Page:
CHARLOTTE, N.C. —
It wouldn’t have been right, but it sure would have been controversial, and that’s something else Smith had called for more of the day before Sunday’s race. The track owner argued today’s drivers lack the “mean streak” of NASCAR’s blue-collar pioneers, and said interest in the sport would spike with more off-track contact.
“It would add a great deal to what we do, and we would have more drama if maybe some driver got out at the end of the race and hit somebody,” Smith said. “I think that’s what’s missing. We used to have a lot of that.”
That creates post-race fireworks, but doesn’t do anything to fill the dearth of action Texas suffered through for the first 400-plus miles.
NASCAR has two races left in this Chase and heads next to Phoenix, where Johnson is decidedly more experienced than Keselowski. He could pounce on Sunday and potentially turn the Nov. 18 finale at Homestead into a coronation of his sixth championship.
It would be a nightmare situation for NASCAR, which is working feverishly behind the scenes on its 2013 car. The hope is the new model will improve the racing on the intermediate tracks, where passing has become so difficult.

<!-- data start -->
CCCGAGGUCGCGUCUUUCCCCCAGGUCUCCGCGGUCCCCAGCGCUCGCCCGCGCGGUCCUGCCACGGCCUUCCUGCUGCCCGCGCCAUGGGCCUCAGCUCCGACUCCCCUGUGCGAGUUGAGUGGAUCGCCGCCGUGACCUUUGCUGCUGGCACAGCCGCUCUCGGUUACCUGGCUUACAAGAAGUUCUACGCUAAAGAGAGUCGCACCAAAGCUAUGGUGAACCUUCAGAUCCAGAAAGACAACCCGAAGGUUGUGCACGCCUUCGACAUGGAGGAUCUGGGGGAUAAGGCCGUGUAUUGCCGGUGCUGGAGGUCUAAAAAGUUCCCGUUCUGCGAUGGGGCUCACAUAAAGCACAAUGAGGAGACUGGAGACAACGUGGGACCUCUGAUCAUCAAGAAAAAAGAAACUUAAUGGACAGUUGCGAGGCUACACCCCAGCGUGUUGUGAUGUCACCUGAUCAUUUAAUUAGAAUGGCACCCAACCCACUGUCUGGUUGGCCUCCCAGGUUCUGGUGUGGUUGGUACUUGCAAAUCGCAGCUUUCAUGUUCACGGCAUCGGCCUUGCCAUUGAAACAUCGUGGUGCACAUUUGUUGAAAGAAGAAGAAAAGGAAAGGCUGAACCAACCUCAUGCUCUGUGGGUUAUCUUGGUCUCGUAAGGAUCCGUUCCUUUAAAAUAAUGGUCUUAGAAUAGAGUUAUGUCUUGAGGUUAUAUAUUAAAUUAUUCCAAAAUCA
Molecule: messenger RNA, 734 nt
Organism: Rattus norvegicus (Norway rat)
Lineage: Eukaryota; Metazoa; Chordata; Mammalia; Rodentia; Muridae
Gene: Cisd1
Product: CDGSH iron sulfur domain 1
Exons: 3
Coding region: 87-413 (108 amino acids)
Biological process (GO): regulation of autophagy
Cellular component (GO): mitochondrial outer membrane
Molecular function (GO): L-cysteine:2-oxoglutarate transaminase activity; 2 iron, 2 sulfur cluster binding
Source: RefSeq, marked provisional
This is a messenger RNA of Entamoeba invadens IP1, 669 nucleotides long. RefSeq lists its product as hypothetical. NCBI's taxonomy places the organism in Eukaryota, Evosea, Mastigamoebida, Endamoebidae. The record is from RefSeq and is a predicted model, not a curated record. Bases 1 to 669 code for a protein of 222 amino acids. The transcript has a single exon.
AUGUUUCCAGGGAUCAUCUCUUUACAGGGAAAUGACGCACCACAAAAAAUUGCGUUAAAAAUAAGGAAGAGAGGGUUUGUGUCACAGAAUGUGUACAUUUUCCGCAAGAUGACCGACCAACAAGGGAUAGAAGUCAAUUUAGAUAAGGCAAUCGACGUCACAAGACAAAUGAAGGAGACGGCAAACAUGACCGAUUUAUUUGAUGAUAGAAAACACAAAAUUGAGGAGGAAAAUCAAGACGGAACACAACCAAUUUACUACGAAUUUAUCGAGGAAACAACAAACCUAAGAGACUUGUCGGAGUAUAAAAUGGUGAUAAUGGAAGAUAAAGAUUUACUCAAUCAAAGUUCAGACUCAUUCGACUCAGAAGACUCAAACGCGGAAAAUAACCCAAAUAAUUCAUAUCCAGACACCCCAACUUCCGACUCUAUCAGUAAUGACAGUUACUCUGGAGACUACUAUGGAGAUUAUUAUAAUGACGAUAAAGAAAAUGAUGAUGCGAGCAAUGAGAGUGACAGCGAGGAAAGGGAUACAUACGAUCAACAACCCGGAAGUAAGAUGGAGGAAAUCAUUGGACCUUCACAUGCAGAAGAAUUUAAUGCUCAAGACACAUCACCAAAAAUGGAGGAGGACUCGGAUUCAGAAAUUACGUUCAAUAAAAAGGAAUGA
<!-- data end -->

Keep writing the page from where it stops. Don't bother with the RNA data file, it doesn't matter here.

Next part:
But NASCAR chairman Brian France recognized some time ago there was a problem with the product, and that big finishes and debris cautions and controversial restarts and even post-race fisticuffs can’t eclipse a bad show forever.
We’ll see what the next two weeks bring for this championship race. And then the slate is wiped clean for NASCAR, which gets a fresh start next season at proving the show can be exciting before the grand finale.